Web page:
Were Premodern Peasants Starving and Overworked?

A little while, and the wicked will be no more; 
though you look for them, they will not be found.
But the meek will inherit the land
and enjoy peace and prosperity

Psalm 37:10-11

Many claim that capitalism has saved us from frequent famines and the “back-breaking” labor of peasant farming. “For example, Rutger Bregman tells us that ‘in the past, everything was worse. For roughly 99% of the world’s history, 99% of humanity was poor, hungry, dirty, afraid, stupid, sick and ugly…’” (ASFF, page 78). Stephen Pinker, the “Our World in Data” website, Acton Institute and many other capitalist propagandists consistently use the trope of the “starving peasant” to promote the myth of modern progress.

These “cheerful prophets” of Progress claim to be empirical, but their descriptions of technology, competition, and human nature reveal that they are also making a theological claim. They reject the claim that God’s Providence, through Creation, is sufficient to sustain humanity and stir up fear of the Malthusian doctrine of scarcity.

Furthermore, the historical data is more complicated than liberals like to admit. In the words of Chris Smaje: 

“The starting point is a degree of uncertainty about premodern hunger and famines—how widespread were they, who suffered from them, and why? Solid data are hard to come by, but there are plausible grounds to think they were less widespread than we migh think—and that their victims were often poor people caught in the arable corners of their day, people who struggled mostly because the powerful didn’t much care about their fate. Modern famines are similar. When we see a man up to his neck in water, it’s worth checking if someone is pressing down on his head. Evidence from various times and places suggests that independent smallholders with secure access to enough land haven’t usually suffered from catastrophic hunger.” (A Small Farm Future, Chapter 10: “Dearth,” page 146)

Many famines occurred during early capitalism due to the enclosure of the commons, the tyranny of nation-states, and the intrusion of the usurious world market into local economies. Twentieth-century modernization in rapidly industrializing countries or colonies, whether capitalist or socialist, resulted in “the most dreadful period of famine in world history”, according to famine expert Alex de Waal (Mass Starvation, page 77). Today, estimates of those who “suffer chronic hunger vary from about 800 million to 2.5 billion—possibly more than 30% of the entire world’s population” (ASFF, page 148).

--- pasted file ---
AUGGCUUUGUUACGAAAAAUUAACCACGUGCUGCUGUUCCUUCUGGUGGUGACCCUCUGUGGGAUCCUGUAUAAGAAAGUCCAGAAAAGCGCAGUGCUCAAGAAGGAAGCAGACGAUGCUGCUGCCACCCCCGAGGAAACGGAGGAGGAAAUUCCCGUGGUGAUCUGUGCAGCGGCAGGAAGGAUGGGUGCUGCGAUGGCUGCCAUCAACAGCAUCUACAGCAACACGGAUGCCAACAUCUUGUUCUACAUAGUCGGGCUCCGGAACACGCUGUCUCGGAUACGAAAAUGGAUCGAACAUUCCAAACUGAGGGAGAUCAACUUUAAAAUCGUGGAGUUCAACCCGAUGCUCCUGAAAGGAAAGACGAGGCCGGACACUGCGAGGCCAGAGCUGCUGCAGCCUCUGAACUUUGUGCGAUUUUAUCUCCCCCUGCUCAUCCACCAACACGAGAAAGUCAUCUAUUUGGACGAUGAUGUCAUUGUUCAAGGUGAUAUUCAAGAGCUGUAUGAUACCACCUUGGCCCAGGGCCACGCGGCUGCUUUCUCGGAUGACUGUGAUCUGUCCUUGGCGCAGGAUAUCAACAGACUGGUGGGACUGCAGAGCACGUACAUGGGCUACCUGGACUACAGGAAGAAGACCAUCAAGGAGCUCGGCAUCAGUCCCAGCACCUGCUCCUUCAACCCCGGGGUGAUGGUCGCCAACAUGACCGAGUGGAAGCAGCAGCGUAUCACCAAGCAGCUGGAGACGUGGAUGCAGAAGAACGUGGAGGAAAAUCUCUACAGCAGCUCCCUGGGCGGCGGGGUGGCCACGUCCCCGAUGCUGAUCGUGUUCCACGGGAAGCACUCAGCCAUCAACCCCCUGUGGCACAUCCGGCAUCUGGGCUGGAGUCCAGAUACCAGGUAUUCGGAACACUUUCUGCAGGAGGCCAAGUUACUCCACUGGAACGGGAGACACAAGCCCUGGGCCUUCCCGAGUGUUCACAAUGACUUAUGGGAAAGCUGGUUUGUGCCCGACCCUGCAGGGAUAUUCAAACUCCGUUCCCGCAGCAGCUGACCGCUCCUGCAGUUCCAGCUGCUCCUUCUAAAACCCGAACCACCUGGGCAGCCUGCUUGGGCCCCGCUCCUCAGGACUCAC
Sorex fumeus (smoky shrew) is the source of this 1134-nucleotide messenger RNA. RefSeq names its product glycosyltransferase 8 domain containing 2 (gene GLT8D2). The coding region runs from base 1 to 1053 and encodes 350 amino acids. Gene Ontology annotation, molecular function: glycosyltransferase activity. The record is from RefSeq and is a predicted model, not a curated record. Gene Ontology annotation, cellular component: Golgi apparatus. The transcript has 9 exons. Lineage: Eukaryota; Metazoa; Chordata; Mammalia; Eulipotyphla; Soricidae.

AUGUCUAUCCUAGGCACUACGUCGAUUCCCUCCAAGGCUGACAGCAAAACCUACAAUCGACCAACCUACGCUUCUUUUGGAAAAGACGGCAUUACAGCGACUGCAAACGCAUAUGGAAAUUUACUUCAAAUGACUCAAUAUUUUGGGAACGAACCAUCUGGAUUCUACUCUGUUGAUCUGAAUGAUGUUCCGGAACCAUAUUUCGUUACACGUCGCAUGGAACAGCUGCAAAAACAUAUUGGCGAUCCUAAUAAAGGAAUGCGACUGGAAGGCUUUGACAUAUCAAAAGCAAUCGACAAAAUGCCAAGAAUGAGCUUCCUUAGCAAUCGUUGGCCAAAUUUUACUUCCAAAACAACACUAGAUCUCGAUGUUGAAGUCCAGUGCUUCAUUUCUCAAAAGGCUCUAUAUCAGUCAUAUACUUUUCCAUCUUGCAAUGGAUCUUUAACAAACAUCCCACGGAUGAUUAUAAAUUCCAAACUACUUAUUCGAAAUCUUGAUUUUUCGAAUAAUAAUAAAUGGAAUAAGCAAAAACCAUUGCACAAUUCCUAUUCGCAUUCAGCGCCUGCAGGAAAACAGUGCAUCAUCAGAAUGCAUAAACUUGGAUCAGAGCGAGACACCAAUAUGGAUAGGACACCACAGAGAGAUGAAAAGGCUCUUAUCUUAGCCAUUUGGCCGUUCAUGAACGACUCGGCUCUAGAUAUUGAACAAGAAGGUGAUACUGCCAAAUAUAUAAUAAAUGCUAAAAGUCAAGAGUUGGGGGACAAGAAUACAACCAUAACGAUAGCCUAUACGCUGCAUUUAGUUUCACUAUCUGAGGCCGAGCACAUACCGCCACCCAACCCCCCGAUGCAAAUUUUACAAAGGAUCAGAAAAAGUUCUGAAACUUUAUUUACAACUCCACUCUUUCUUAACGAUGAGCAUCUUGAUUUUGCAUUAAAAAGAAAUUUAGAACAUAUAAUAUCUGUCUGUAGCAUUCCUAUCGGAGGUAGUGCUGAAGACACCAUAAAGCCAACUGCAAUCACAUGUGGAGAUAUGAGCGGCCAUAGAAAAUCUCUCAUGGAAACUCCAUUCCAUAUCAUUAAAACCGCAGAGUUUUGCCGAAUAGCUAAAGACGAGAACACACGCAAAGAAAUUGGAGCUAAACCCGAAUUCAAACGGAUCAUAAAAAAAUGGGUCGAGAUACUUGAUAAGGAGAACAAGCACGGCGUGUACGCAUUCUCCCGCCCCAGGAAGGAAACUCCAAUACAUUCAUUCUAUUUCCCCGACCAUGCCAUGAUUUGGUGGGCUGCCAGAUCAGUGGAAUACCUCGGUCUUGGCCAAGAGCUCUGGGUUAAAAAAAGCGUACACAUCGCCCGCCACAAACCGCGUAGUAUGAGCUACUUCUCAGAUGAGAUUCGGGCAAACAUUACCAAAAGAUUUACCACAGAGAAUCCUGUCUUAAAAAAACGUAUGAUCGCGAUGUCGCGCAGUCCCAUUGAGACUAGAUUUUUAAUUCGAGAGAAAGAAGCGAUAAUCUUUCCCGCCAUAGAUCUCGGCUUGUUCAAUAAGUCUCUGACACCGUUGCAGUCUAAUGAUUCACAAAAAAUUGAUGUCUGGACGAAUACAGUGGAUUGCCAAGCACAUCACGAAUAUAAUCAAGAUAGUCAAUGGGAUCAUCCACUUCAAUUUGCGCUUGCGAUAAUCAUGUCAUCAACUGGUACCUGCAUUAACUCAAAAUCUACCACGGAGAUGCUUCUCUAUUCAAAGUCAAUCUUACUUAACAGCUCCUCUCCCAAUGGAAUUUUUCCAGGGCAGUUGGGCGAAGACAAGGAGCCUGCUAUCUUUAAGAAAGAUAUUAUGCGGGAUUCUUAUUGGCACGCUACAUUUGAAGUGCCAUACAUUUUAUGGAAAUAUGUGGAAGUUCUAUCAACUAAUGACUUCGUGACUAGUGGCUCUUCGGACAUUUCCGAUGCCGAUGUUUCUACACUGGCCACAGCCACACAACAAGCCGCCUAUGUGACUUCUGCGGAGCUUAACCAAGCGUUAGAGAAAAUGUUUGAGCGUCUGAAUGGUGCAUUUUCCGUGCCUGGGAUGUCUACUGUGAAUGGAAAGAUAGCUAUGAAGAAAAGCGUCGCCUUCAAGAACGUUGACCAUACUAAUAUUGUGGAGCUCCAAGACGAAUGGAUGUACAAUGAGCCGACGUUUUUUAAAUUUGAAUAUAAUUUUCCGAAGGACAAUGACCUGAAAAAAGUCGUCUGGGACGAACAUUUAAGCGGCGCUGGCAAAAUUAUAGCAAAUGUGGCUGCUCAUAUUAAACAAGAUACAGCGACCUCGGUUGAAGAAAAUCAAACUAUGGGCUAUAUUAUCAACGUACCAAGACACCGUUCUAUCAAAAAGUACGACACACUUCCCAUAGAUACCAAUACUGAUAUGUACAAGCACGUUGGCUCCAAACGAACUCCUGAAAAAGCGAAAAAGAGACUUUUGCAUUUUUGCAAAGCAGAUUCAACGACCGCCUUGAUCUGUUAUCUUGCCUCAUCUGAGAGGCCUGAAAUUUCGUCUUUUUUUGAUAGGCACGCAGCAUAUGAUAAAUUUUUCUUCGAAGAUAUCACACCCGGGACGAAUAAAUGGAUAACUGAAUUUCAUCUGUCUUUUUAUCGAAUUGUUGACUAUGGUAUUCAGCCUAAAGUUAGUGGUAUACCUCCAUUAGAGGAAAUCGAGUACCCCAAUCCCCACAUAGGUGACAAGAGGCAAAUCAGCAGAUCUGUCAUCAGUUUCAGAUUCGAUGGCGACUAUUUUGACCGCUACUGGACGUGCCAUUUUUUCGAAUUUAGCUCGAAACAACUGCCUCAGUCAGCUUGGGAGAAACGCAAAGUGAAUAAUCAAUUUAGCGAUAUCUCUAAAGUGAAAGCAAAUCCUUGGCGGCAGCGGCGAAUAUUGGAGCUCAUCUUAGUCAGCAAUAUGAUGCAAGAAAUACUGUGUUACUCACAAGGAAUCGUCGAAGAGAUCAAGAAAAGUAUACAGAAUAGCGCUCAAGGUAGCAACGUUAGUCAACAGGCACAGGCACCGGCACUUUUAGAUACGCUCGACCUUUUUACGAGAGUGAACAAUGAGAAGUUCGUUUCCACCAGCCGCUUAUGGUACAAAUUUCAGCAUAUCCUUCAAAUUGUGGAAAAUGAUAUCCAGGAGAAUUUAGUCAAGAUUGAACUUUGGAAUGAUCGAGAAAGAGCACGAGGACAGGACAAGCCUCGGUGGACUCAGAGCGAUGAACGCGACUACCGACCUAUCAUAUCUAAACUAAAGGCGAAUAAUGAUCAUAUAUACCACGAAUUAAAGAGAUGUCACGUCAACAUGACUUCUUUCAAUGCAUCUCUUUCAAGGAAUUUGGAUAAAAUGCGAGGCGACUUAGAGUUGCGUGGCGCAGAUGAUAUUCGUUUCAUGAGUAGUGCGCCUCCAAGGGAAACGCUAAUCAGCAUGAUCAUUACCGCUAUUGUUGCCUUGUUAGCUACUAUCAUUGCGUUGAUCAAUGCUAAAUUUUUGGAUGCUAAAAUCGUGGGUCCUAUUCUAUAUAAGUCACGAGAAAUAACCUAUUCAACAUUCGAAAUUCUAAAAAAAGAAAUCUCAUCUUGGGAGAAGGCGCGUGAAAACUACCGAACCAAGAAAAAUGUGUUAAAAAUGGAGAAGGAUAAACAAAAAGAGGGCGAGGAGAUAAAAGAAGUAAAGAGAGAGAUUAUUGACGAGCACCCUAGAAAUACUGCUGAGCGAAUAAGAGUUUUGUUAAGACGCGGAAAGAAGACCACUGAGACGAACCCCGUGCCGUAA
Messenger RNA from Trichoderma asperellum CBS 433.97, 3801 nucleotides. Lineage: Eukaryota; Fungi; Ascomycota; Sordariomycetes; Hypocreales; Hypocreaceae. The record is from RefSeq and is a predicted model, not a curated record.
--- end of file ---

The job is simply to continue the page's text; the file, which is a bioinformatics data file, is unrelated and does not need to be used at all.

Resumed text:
A century ago, Father John A. Ryan argued that starvation was rare in the Middle Ages. Contemporary secular economists, such as Juliet B. Schor, have highlighted that medieval peasants enjoyed more leisure time than we do, in part due to the weekly Sabbath and numerous feast days of the liturgical calendar. “A thirteenth-century estimate finds that whole peasant families did not put in more than 150 days per year on their land.” (Excerpt from The Overworked American: The Unexpected Decline of Leisure).

The Middle Ages were not a utopia, but neither were they a dystopia of starvation and overwork. And agrarian life offers many blessings, such as the rich community of the premodern village and an ecologically sustainable economy, both of which modern civilization has abandoned. When Catholic distributists argue for a return to the land, we envision a future which is better fed and more leisurely, filled with the earthly joys of family and community and the heavenly happiness of virtue and the common good.

Better is a little with justice, than great revenues with iniquity.

Proverbs 16:8

Featured Image: “Interior of a Farm with Still-Life” by Jacob Savery

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